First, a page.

In every big city, shopping is such an easy thing. We find what we want, pay for it in cash, and bring it home. In Hong Kong, we can find anything we are looking for, in a whole range of different prices. If we can’t find something here, or wish to shop even more competitively for prices or for styles, without hesitation we would go online. Shopping has become such an innate part of our every day lives.
It has made me ponder a lot after being in Hoi An for a few days and experiencing the shopping experience here. Before I came, I knew I really didn’t need any special clothes made (tailor shops are one of the main attractions here). Working in the fashion industry, it is easy for me to get my hands on anything of exquisite quality all the time, and being in Hong Kong, shopping for anything can be a fast food experience to a gourmet meal experience, we take our picks. This time in Hoi An though, I still went to visit all the lovely friends in the tailor shops from past trips, being aware to not be carried away in purchasing more than I really need, but at the same time, opening to experiencing more of a very different experience in shopping, something that I rarely experience in my home city.
The first day, I simply visited the shops to reconnect with all the lovely people I have met before. There were a few simple pieces of clothing I had wanted to make, because I could not find them in the colors that I liked in Hong Kong, although the shopping was definitely not my main reason for visiting the tailors, they were.
The second day, I went back to the shops again to try out these simple pieces we collaborated in discussion to make. They did not turn out as we envisioned, so further changes were being made. I was to return again the next day. It was still very lovely, as there was time to make changes, and I expressed in detail how the customised item now feels, and how I would like it to feel eventually, without an enforcement on how it has to come out exactly.
The next morning while walking along the street, I ran into a lady Rose from one of the tailor shops on her motorbike. She stopped and said hello. Rose explained her tailor has made changes in the skirt that I ordered, but because the fabric that they had, was not as light as the sample that I showed her to copy the skirt from, it does not drape in the way the original skirt would. She suggested to either make it again in a different fabric, but without the color I liked, or to make something completely different, because she was not fully pleased with the outcome. The attentive care that Rose has offered me, was something that truly touched me. It was not a big sale in any means–one simple skirt. What Rose felt was more important, was not making the sale, but the relationship with a customer whom she treasured.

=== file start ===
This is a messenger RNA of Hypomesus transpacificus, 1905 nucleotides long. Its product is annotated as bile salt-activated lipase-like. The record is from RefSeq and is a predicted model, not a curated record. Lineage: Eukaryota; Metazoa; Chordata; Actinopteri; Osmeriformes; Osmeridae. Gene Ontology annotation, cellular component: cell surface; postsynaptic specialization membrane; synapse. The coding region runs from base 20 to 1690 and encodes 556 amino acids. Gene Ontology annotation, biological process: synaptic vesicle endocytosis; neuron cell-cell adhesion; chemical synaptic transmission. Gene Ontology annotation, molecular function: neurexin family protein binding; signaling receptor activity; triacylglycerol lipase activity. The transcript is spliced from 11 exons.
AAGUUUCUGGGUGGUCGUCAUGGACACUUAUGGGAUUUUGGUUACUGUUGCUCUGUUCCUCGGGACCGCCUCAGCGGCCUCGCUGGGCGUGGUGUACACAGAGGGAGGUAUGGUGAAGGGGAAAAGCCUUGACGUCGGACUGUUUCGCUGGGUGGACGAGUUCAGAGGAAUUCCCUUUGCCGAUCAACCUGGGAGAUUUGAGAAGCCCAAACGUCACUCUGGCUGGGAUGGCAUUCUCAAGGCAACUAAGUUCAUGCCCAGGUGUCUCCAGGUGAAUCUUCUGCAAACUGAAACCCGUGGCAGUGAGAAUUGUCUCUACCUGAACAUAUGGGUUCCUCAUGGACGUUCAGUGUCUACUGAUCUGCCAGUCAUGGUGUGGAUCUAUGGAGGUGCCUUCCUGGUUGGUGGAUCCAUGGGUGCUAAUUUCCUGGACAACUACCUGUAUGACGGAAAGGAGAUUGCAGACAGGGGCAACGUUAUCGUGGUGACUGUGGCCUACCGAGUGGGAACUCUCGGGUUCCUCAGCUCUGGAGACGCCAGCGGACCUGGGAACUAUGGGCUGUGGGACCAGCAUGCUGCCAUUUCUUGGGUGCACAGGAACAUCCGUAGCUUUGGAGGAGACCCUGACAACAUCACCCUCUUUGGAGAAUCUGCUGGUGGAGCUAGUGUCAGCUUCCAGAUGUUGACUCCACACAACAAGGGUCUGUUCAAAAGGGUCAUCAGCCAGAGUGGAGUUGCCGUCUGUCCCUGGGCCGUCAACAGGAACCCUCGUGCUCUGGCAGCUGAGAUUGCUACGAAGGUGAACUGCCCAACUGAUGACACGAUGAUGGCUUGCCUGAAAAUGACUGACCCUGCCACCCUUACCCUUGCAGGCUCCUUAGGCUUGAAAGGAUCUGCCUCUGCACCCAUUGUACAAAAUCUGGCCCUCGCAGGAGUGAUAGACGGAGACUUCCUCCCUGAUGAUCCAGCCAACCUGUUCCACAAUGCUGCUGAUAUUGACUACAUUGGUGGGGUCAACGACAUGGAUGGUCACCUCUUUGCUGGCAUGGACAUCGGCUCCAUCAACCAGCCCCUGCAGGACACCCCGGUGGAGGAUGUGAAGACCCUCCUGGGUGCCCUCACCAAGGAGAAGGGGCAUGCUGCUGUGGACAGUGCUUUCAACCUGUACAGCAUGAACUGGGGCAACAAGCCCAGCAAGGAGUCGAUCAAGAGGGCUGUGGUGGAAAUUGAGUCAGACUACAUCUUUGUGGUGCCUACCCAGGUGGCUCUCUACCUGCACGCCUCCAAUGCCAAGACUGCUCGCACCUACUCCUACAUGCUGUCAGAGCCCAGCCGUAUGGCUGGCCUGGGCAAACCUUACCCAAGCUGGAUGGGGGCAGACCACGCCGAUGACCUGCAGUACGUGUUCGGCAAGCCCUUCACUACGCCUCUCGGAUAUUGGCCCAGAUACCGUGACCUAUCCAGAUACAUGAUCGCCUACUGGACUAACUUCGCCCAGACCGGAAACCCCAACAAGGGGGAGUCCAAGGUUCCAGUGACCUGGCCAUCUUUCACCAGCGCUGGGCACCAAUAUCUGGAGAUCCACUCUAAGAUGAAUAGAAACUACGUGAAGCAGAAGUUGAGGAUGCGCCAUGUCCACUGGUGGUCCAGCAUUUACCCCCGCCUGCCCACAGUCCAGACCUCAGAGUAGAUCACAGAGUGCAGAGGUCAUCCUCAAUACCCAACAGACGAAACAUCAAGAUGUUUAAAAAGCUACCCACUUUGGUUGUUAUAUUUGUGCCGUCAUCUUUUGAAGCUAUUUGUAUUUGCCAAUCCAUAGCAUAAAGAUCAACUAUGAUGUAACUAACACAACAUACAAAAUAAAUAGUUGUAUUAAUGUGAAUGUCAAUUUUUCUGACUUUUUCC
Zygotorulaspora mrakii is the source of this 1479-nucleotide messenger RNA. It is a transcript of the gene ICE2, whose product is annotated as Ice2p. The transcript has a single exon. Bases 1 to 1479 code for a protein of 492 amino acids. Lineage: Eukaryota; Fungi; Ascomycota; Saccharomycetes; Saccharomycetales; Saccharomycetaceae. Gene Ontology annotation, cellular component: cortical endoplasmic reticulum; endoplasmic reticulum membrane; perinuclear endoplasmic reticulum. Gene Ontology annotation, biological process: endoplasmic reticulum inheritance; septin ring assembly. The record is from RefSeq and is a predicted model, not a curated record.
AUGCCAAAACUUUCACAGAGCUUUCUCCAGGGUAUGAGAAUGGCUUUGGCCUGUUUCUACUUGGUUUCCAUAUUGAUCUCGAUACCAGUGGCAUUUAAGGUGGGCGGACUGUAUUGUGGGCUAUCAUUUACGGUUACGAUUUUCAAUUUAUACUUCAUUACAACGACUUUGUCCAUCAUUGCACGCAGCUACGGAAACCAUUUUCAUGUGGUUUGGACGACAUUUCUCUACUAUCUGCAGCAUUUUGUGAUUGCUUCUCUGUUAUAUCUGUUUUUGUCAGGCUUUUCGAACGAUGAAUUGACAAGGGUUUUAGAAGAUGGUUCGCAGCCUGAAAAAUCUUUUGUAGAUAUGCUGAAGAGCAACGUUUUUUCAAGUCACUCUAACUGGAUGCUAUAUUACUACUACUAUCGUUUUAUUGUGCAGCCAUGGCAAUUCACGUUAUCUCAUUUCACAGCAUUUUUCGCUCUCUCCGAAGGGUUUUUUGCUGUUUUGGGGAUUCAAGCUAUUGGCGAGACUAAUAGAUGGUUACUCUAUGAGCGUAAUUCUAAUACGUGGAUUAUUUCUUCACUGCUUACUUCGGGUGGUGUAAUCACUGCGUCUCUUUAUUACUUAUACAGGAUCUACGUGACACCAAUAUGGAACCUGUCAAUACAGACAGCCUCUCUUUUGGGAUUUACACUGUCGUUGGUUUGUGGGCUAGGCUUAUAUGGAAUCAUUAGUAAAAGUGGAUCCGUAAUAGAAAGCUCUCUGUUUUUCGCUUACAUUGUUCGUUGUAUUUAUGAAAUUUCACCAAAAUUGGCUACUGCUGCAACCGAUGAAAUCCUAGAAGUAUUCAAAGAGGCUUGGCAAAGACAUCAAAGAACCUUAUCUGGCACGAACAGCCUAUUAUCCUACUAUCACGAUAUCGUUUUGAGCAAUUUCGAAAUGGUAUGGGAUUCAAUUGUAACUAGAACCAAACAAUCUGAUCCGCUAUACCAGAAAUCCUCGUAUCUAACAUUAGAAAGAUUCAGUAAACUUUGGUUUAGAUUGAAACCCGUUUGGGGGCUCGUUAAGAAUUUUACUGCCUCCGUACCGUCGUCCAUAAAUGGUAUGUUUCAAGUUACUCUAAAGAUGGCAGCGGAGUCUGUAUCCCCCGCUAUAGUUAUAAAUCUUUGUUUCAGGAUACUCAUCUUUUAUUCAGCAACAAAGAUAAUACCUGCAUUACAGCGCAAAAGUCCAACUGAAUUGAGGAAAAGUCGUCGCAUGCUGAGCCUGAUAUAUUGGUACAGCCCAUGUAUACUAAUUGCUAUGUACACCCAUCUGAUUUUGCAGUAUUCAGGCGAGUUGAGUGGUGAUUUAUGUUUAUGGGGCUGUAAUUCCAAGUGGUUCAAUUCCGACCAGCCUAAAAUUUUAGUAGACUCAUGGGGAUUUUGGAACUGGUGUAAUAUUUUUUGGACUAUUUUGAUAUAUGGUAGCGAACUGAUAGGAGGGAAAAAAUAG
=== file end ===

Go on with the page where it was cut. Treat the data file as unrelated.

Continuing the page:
It is true that Rose’s shop may not be as sophisticated as the clothing or even tailor shops in Hong Kong that I could easily visit. But how Rose is conducting her business feels so true in both integrity and natural connection between human beings, that I know this is a shop and a friend, I will always feel inclined to return to. In fact, this feels so natural that, my following question is, how come most of the world do not conduct their business in such a naturally lovely and mutually honoring way?
If the product that is purchased becomes more important than the people involved in making the sale, shopping may just remain as shopping. But when both the seller and the customer are both aware that how the sale turns out is ultimately becomes because of them (relating as people), then the product becomes a bonus from a relationship. Shopping with love, is ultimately, nothing less than a relationship between the seller and the customer.
And here in Hoi An, whether shopping from a flower vendor, shoe vendor, clothes vendor, rickshaw service, dining service, beauty service, there is such a beautiful openness of returning the experience of shopping to one that is of love.